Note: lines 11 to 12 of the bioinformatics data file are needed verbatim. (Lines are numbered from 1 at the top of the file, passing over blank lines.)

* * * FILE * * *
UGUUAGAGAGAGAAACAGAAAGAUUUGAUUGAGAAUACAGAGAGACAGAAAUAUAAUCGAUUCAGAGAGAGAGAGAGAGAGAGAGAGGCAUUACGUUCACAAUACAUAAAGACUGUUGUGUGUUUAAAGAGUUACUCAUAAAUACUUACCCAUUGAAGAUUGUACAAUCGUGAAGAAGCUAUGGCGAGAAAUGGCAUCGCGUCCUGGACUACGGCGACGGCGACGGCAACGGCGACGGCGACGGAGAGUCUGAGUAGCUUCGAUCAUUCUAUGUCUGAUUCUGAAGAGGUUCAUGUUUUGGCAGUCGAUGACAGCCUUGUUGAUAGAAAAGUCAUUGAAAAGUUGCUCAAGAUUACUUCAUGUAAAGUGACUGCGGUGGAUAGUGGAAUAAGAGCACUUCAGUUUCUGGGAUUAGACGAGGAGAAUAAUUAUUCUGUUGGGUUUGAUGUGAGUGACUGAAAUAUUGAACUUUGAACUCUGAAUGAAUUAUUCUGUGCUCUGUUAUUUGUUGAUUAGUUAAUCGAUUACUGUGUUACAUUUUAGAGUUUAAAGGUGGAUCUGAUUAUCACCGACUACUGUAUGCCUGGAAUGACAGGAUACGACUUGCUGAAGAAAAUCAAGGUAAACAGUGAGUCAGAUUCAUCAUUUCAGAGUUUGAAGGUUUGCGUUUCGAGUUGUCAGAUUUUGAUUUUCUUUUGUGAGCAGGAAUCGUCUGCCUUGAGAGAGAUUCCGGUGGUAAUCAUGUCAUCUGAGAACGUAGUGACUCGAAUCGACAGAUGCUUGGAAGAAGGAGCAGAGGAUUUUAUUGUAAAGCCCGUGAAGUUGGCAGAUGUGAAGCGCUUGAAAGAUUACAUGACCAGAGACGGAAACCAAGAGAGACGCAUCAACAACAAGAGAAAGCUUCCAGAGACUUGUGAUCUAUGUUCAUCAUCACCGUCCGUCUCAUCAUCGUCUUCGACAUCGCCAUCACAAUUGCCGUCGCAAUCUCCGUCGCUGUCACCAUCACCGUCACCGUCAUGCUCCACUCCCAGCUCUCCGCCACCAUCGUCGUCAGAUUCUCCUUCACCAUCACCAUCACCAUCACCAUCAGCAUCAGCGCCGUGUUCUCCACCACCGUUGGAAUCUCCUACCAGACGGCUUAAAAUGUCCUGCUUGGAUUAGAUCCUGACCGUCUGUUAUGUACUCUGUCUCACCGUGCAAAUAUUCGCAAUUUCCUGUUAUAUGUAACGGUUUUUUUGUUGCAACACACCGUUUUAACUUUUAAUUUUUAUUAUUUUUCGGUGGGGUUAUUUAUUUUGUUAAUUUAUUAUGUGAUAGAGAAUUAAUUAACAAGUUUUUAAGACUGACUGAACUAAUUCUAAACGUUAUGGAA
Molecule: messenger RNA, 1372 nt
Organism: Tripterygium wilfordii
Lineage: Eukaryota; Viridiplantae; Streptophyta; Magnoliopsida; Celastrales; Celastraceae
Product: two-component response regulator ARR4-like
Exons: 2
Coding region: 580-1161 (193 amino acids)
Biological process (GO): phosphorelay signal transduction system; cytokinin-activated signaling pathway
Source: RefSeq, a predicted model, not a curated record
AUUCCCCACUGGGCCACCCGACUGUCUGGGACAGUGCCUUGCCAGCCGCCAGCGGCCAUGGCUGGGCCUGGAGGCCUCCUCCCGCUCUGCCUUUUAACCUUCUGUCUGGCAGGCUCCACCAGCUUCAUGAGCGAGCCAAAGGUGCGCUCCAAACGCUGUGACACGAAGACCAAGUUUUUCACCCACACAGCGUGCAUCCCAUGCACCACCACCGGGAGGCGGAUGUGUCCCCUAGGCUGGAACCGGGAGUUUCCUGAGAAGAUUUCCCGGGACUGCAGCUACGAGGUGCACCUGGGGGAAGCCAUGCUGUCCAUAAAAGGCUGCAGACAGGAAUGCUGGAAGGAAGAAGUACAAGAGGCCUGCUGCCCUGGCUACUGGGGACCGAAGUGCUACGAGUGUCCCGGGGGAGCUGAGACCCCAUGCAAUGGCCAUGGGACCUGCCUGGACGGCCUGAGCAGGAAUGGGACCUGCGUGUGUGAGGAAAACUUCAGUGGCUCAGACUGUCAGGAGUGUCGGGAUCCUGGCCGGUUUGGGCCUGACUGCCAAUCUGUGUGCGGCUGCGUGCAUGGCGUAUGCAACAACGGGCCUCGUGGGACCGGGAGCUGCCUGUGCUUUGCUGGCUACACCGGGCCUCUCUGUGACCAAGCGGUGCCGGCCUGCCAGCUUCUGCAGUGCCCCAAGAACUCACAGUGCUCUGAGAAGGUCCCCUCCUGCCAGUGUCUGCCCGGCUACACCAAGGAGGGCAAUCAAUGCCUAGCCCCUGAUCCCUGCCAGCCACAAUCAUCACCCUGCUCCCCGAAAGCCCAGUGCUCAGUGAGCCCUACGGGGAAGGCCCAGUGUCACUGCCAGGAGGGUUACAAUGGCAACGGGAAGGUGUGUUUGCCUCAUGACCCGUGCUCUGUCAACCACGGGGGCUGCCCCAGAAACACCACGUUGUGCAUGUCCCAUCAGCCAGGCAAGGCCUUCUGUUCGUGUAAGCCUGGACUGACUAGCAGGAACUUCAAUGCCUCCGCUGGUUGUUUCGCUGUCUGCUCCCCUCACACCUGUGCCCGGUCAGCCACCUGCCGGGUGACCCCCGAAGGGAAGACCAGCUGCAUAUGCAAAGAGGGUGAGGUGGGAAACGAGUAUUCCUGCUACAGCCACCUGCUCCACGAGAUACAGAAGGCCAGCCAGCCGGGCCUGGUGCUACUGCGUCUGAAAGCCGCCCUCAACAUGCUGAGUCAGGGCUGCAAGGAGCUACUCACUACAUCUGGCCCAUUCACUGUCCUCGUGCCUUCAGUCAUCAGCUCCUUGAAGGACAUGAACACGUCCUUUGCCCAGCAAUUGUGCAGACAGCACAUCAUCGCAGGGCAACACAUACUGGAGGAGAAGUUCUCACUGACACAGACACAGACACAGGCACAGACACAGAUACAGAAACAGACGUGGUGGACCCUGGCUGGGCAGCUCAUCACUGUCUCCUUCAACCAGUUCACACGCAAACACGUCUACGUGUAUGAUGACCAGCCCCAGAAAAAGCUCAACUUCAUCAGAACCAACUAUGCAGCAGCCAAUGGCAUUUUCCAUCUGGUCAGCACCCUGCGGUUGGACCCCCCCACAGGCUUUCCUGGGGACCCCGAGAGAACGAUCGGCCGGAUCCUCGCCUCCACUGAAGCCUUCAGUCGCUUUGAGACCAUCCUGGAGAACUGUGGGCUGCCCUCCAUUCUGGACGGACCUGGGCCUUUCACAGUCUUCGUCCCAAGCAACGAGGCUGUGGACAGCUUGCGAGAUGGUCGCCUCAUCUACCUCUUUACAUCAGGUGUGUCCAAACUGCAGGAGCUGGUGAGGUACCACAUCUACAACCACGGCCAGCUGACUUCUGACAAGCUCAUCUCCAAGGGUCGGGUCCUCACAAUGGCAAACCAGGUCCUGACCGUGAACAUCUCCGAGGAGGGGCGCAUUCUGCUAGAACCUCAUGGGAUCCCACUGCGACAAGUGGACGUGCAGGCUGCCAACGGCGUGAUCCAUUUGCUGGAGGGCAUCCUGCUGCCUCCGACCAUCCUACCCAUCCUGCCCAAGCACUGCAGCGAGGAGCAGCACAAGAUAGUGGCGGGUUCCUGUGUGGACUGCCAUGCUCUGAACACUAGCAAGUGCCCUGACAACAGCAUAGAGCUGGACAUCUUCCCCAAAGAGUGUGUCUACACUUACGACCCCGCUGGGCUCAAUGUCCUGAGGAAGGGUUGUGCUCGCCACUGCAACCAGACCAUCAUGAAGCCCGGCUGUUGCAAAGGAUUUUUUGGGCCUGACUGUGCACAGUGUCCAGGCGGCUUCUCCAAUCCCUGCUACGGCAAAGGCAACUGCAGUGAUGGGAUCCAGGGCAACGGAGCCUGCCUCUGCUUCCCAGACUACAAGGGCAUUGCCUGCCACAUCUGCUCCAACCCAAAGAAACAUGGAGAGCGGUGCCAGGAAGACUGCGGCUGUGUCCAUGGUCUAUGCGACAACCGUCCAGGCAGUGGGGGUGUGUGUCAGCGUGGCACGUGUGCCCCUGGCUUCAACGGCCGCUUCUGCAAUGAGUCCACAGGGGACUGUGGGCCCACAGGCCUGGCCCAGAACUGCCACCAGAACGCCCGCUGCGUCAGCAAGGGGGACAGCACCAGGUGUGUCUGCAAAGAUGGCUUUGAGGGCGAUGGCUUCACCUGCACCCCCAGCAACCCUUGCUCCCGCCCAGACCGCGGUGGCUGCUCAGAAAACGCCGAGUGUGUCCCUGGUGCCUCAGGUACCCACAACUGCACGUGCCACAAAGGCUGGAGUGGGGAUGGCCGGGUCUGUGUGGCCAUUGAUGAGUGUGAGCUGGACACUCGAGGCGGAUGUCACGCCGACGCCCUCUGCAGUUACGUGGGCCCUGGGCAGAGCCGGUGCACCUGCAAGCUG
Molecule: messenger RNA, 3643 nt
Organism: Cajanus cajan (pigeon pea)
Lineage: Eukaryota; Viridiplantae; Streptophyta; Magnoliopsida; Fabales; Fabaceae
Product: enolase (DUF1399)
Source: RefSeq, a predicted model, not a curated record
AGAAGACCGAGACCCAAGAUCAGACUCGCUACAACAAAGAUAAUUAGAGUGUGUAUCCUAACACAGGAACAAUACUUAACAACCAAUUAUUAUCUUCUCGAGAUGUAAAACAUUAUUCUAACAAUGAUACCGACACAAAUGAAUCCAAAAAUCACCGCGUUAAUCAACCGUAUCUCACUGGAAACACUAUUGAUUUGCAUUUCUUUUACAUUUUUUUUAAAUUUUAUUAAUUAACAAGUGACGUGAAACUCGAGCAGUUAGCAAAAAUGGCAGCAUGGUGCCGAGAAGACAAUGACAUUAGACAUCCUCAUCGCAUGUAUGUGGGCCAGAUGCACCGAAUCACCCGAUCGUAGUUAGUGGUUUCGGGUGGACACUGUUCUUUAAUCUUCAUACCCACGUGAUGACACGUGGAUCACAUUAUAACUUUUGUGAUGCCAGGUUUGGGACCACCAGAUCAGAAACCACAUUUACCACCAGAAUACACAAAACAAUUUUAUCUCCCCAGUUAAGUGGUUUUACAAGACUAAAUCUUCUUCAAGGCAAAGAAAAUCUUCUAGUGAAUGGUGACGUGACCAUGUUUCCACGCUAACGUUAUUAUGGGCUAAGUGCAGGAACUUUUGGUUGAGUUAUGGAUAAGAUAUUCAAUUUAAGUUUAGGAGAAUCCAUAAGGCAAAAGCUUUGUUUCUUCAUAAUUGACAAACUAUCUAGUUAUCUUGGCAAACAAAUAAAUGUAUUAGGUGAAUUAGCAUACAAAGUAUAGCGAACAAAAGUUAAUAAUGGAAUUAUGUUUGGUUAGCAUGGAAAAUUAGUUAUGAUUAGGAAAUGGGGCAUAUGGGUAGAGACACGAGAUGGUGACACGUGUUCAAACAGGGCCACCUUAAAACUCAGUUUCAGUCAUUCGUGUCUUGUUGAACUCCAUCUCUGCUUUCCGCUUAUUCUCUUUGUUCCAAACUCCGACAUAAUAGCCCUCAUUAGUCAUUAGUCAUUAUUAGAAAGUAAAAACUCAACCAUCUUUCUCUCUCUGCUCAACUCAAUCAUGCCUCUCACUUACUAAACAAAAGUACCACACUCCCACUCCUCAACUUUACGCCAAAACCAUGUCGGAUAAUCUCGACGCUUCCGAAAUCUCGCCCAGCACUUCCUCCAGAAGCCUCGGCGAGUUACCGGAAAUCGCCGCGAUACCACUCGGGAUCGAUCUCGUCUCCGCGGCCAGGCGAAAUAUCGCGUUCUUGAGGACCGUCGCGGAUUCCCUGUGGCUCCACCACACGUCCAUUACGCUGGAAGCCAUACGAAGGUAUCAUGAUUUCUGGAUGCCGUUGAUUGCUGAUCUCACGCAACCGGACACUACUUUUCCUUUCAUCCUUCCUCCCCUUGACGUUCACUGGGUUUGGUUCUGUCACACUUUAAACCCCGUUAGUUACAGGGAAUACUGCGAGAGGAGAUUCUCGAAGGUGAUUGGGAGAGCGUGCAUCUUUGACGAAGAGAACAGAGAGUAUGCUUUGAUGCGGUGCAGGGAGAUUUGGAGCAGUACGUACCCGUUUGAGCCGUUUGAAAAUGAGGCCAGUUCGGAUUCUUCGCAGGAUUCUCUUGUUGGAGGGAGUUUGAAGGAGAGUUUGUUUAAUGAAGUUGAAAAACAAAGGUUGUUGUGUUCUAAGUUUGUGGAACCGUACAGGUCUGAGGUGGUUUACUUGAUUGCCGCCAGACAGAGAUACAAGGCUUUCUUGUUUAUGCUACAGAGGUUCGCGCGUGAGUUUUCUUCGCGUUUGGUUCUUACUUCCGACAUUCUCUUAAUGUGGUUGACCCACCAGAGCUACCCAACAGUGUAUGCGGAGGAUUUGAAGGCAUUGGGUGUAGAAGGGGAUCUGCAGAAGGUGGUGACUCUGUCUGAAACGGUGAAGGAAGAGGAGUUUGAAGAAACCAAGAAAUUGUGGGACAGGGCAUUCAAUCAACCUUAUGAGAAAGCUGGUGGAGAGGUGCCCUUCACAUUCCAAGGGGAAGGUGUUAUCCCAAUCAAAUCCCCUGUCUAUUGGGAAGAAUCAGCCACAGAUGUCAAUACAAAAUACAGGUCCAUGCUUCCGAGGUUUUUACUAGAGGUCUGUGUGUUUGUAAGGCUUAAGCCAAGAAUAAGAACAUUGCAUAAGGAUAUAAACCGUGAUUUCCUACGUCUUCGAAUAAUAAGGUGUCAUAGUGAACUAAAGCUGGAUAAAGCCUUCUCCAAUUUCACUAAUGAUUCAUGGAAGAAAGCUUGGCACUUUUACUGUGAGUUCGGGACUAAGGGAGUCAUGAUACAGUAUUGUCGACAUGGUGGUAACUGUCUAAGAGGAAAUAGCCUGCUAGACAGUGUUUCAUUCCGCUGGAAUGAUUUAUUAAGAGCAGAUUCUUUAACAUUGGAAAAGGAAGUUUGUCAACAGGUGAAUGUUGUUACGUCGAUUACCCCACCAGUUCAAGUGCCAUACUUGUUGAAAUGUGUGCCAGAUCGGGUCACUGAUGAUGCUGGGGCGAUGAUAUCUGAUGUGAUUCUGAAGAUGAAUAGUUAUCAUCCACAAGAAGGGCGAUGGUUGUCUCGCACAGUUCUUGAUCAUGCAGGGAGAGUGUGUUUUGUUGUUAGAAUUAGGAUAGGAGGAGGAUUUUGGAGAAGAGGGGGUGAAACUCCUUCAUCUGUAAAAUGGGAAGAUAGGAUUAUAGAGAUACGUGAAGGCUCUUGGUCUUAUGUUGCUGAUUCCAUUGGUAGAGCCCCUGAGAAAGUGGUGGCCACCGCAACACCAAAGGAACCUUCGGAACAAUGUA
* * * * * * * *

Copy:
Molecule: messenger RNA, 3643 nt
Organism: Cajanus cajan (pigeon pea)